Starting from the later 17th century, there were thousands of patents to make washing easier. However, the first motorized machines on drive belts powered by steam or gasoline came after the turn of the 20th century. It was not until 1947 that the first top loading automatic washers with agitators were marketed by Bendix, GE, and Whirlpool, launching the modern era of home laundry.
All modern machines substitute automatic mechanical motion, refined chemical detergents, and (usually) potable heated water for this time consuming, exhausting task of past centuries.
Modern Efficiency Standards
In 2009, about 82% of U.S. homes used automatic clothes washers, which clean almost 400 loads of laundry a year.7.8 Most of the rest are served by machines in laundromats. An older, inefficient home clothes washer can use about 12.2 thousand gallons a year, equivalent to 12% of an average Austin home’s water use.
Water in these appliances is rated by a Water Factor (WF): the number of gallons used per load ÷ the cubic feet of capacity of the washer.
Example: 36 gallons per load ÷ 3 cubic feet of capacity = WF of 12
There are 3 kinds of basic types of clothes washers on the market today: 1) top-loading machines with agitators; 2) top-loading, high-efficiency (HE) machines without agitators; 3) and front-loading HE machines.
While all of them can be made more energy and water saving than past generations of these appliances, agitator-type washers are generally the least efficient. Top-loading HE washers achieve back-and-forth motion with wobbling plates, wheels, or disks. Front loading HE washers repeatedly tumble clothes through water at the bottom of the drum. Though front-loading clothes washers generally save more energy and water, this is not universal. Of the top-rated models for water savings in April 2012 (WF of 4 and below), about 20% were top-loading.
Although there have been minimum federal energy-efficiency requirements for clothes washers since 1988, there were not even voluntary standards for water use until 2000 and no mandatory requirements until 2011. Voluntary standards have been promoted primarily by two programs, Energy Star, and the Consortium for Energy Efficiency, to give interested consumers information to make informed decisions to lower their water and energy bills.
Chart 1 shows the progression of water efficiency. Old machines had a WF of about 12.5.9 The federal standard in 2010 was 9.5, and the most recently imposed Federal Standard was 4.7. The Consortium for Energy Efficiency standard in March 2019 was a much lower WF of 3.0, and the most efficient model on the market in 2019 had a WF of 2.8.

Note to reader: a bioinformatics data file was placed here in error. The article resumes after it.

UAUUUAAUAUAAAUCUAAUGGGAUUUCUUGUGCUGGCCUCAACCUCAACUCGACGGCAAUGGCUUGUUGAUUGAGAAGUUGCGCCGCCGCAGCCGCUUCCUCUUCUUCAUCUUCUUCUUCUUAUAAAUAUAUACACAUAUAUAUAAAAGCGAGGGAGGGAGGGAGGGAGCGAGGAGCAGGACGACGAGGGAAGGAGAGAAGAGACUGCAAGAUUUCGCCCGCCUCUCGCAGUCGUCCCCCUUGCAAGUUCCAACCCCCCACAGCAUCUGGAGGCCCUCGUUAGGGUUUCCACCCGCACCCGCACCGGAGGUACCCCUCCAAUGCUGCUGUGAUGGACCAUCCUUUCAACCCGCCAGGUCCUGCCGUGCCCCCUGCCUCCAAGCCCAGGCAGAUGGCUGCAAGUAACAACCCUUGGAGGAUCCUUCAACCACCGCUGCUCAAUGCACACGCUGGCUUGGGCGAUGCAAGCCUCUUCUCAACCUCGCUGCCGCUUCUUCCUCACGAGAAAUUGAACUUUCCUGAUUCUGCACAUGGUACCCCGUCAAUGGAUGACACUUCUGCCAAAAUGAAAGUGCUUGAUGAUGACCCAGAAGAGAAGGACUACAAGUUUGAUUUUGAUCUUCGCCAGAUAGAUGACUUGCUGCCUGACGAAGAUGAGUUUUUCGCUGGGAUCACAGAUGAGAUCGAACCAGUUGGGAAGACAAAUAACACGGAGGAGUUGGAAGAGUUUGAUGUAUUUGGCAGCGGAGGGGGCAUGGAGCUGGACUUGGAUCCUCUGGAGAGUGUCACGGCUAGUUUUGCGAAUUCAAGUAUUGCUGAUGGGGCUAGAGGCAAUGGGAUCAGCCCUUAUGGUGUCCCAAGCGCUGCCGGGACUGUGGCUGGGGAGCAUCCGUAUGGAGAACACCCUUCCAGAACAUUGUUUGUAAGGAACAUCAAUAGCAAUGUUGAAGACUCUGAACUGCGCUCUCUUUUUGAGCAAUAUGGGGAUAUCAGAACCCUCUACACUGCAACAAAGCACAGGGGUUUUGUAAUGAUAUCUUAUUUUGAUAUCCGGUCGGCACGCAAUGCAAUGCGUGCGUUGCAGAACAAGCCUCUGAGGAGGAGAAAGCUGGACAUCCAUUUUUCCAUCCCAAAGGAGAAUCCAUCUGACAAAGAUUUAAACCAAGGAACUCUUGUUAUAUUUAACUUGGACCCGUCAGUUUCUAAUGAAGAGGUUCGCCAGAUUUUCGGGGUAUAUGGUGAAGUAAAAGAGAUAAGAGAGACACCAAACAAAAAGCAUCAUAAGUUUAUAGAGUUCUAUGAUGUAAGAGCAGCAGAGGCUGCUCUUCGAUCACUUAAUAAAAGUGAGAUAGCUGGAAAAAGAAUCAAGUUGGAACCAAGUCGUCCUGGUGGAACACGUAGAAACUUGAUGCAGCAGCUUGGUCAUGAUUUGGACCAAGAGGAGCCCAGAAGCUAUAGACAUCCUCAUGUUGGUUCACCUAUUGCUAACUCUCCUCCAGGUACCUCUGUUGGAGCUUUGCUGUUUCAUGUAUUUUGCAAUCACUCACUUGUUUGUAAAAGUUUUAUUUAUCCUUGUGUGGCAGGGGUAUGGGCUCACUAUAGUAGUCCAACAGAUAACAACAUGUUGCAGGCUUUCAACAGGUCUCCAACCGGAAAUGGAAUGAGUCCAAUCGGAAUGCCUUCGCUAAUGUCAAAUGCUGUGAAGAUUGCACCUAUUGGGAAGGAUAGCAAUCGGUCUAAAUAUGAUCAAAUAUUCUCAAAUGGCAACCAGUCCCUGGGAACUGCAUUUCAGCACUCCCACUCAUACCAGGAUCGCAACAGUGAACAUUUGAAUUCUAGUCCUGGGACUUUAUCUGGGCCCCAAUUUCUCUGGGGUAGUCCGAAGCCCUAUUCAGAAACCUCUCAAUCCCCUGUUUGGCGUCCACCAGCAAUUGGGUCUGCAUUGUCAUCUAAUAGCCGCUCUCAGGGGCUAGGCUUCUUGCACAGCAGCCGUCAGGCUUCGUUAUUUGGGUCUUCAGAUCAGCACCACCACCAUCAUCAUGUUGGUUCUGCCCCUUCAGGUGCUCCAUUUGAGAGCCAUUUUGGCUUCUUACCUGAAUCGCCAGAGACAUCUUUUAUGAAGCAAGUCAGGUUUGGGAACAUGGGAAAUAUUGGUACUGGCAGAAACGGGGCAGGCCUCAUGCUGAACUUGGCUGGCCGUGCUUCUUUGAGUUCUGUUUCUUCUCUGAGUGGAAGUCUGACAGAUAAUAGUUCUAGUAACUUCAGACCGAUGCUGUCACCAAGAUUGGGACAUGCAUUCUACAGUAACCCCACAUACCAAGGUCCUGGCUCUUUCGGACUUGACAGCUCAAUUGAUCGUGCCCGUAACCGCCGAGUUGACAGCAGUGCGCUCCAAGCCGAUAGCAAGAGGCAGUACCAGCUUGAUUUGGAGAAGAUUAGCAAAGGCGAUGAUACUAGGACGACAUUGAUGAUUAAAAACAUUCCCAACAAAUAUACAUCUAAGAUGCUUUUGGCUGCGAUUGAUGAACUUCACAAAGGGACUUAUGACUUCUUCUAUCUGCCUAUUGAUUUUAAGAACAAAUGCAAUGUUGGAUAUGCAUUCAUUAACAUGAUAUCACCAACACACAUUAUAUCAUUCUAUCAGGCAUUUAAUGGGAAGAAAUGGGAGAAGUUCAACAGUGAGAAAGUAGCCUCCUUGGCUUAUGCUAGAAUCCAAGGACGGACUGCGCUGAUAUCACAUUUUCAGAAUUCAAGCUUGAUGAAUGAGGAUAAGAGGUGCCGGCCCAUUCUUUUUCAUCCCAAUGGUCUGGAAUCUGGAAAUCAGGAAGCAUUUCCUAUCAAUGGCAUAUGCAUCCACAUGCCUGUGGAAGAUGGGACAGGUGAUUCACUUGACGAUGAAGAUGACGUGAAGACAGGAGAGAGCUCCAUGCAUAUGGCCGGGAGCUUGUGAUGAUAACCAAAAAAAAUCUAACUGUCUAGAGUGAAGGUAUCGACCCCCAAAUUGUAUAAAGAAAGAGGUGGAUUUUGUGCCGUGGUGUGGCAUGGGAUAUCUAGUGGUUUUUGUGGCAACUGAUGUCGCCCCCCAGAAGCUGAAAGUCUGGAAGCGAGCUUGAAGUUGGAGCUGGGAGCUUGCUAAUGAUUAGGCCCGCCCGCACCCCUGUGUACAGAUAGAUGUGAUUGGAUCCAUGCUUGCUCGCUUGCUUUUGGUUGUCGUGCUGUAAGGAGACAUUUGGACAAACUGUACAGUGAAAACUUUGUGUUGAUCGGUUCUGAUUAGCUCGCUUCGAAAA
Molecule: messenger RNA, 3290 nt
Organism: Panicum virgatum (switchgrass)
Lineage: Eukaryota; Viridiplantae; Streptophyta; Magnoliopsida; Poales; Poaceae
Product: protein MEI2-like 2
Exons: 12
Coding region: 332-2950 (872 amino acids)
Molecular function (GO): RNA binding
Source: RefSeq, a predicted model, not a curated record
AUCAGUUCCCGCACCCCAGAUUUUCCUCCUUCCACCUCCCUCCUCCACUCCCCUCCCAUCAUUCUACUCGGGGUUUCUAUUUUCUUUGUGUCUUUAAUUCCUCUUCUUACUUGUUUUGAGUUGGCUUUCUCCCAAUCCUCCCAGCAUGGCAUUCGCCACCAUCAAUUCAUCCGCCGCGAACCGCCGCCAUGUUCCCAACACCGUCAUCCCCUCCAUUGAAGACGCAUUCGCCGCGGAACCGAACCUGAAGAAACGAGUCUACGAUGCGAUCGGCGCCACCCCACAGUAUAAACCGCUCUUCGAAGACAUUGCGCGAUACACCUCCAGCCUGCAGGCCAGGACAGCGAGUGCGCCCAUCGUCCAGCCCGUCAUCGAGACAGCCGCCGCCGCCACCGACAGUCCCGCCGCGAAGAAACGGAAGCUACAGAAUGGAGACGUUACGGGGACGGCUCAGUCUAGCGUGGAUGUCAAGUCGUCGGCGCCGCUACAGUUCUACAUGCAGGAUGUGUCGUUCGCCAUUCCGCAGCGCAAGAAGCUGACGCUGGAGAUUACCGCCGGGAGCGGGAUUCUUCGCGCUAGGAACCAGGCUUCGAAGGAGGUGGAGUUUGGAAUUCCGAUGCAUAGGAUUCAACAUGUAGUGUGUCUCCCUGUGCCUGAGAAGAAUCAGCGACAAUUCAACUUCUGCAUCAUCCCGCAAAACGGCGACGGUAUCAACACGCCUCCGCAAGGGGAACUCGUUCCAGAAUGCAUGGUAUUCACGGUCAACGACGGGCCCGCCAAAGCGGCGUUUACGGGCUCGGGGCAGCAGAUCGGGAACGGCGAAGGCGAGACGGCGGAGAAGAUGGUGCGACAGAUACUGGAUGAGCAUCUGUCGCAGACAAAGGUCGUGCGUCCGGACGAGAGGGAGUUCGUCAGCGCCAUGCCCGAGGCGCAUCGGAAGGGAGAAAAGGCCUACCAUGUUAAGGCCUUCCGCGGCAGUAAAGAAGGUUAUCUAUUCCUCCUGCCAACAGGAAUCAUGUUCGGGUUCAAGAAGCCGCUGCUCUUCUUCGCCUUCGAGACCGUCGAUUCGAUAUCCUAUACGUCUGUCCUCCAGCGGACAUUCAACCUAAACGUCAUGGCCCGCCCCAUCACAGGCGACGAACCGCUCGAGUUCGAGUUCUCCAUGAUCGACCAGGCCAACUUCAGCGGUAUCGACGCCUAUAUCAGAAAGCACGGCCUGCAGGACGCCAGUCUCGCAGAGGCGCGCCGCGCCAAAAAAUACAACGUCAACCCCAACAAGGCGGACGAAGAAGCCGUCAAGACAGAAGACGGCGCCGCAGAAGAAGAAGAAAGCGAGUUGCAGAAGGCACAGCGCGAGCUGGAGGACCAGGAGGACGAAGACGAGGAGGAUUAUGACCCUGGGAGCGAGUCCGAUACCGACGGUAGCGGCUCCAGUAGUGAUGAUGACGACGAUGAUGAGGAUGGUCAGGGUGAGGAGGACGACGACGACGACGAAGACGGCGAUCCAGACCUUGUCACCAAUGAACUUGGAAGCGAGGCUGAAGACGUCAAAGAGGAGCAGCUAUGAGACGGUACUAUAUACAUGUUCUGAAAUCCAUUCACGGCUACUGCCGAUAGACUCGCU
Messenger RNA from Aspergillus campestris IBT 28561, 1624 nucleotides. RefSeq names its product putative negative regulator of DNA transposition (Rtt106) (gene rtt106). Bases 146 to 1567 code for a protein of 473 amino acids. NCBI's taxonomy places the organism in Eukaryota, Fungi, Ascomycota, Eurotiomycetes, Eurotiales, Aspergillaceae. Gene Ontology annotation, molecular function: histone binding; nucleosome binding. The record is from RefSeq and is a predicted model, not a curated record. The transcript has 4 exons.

If you are wondering about the limits of water efficiency, a company called Hydrofinity replaces most water consumption by a machine primarily using plastic beads to clean clothes. It reduces water use in commercial operations by 70 to 80%, though residential units were not sold in 2019.
Energy use is rated as a Modified Energy Factor (MEF), which adds all energy used in the washing cycle, including the electricity for machine use, water heating, and drying. These 3 uses interact. Cutting back on water use cuts back on water heating. Increased spinning to remove more moisture from clothes cuts down on heat needed for clothes drying. MEF has also changed dramatically over the years. As Chart 2 shows, the difference between the average unit in 1980 and the top of the line model in March 2019 has risen from an MEF of 0.83 to 4.2. It is contrary to WF: the higher, the better.
It is important to note that most of the energy use is not in the machine itself. In a conventional washing cycle with an inefficient machine, roughly 80% of the energy use comes from water heating and fabric drying when natural gas is used for fuel.9 When electricity is used, the figure is close to 90%. Switching to cold-water detergents and clothes lines will eliminate almost all energy use in the wash cycle.
• It is important to buy the right kind of detergent for HE machines. Conventional detergents create more suds. In HE machines, the excess suds may prevent water from properly rinsing clothes and may impede tumbling.
• HE detergents have a logo on the bottle designating they are for HE washers. Note that some detergents state they are “HE Compatible,” which is not always the same thing. If you are going to use such a product, experiment with it first to make sure it does not cause a problem.
• Front-loading washers have been shown to reduce detergent use up to 25%, in addition to running quieter and being gentler on fabrics (which lengthens their useful life).
For More Information
The most energy- and water-efficient clothes washer and dishwasher models are listed on the Web sites below.
Consortium for Energy Efficiency: www.cee1.org/content/cee-program-resources
ENERGY STAR: www.energystar.gov
1 Hoak, David, et. al., “How Energy Efficient are Modern Dishwashers?,” Florida Solar Energy Center, 2008, p. 2.
2 US DOE, EIA, “Share of energy used by appliances and consumer electronics increases in U.S. homes,” Residential Energy Consumption Survey, Analysis & Projections. Online: www.eia.gov/consumption/residential/reports/2009/electronics.cfm
3 Information from:
Eileen Eaton, Program Manager with Consortium for Energy Efficiency, on April 13, 2012.
Association of Home Appliance Manufacturers, Dishwashers, Energy Efficiency and Consumption Trends, 2015.
U.S. Energy Information Administration. Department of Energy, Residential Historical Efficiency Data and Incremental Installed Costs for Efficiency Upgrades, June 2017, PDF pp. 46-47.
5 Stamminger, Rainer, et. al., “Washing-up Behaviour and Techniques in Europe,” Wissenschaftlicher Beitrag, 2007.
6 Note 1, this section, p. 14.
7 Note 2, this section.
8 DOE Federal Test Procedure 10 CFR 430, Appendix J1.
9 Note 3, this section.